LONDON (Reuters) - The European Central Bank and the head of Italy’s bank rescue fund clashed on Monday over the European Union’s tough conditions on state aid for troubled banks.
Speaking at the same conference in London, one of the ECB’s most senior supervisors said EU states should follow the bloc’s rules when it comes to dealing with problem banks while the head of Italy’s Atlante fund called the resolution process “absurd”.
Reuters reported last week that state support could be part of a deal to put Italy’s Monte dei Paschi di Siena bank onto a stronger footing.
Since the 2007-09 financial crisis, the EU has adopted rules that make state aid a last resort when it comes to helping troubled banks.
“There are European rules and those rules have to be followed,” Ignazio Angeloni, a board member of the ECB’s banking supervisory unit told Reuters on the sidelines of a conference organized by Imperial College’s business school.
The rules, known as the bank recovery and resolution directive, set out “modalities” that must be followed in order to “understand what can be done”.
Angeloni also spoke more broadly about bad loans on the books of banks, a problem which is most concentrated in the euro zone in countries like Italy, Portugal, Spain and Greece.
“We don’t want the problem to be underestimated and procrastinated (about),” he said when asked what the ECB’s “timing tolerance” was for the issues to be tackled.
“In the past we have seen that the procrastination has been dreadful,” Angeloni added, although he acknowledged that non-performing loans (NPLs) cannot always be cleansed quickly. “On NPLs there is a trade off between speed and value,” he said.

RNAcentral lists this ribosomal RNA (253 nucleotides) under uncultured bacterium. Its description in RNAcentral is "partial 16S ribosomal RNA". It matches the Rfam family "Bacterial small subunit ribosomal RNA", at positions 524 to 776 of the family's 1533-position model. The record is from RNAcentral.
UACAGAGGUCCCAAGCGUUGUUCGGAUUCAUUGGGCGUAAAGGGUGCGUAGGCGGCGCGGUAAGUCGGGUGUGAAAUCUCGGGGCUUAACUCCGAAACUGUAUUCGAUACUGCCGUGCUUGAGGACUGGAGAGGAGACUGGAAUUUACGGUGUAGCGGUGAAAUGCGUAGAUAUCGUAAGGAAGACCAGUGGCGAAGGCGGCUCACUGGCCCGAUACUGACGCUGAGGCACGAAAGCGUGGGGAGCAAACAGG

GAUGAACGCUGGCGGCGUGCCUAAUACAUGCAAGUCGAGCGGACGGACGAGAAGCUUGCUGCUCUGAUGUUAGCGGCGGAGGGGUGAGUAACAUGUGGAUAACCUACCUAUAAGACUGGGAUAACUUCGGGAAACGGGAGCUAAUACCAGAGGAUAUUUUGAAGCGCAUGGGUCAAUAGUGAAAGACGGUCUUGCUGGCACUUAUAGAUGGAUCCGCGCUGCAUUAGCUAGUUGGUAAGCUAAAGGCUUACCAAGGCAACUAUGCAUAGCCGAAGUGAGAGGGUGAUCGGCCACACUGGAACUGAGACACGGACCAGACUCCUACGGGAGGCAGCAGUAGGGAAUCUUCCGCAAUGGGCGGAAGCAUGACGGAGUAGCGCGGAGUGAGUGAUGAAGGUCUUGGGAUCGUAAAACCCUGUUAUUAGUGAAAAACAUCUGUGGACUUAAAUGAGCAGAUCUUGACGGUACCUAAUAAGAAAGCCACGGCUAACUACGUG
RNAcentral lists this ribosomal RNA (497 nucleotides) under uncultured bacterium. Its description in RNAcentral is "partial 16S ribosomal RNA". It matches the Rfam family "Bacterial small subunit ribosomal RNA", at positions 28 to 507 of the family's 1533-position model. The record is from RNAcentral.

Speaking afterwards, the head of Italy’s Atlante bank rescue fund, Alessandro Penati, said the main problem for banks was their poor return on equity. He also laid out a long list of grievances about the euro zone and ECB’s regulatory set up.
“What is absolutely wrong is the resolution mechanism we have in place,” he said during a panel discussion. “The faster you clean out an NPL, the faster you are slammed with a capital increase, everyone knows that.”
Penati also said there was no way to value all the different kinds of bad loans Italy’s strained lenders have on their books, and argued that the welfare system should be used to cushion what he expects to be 60,000 redundancies as part of the restructuring of the sector.
“The end of the resolution process, what’s the outcome? You are going to use taxpayer money to subsidize the bank to take over the bank going into resolution. The system is really absurd,” Penati said.
“Why not put public money into helping banks restructure themselves? That seems to be a smart way of using public money.”
Editing by Catherine Evans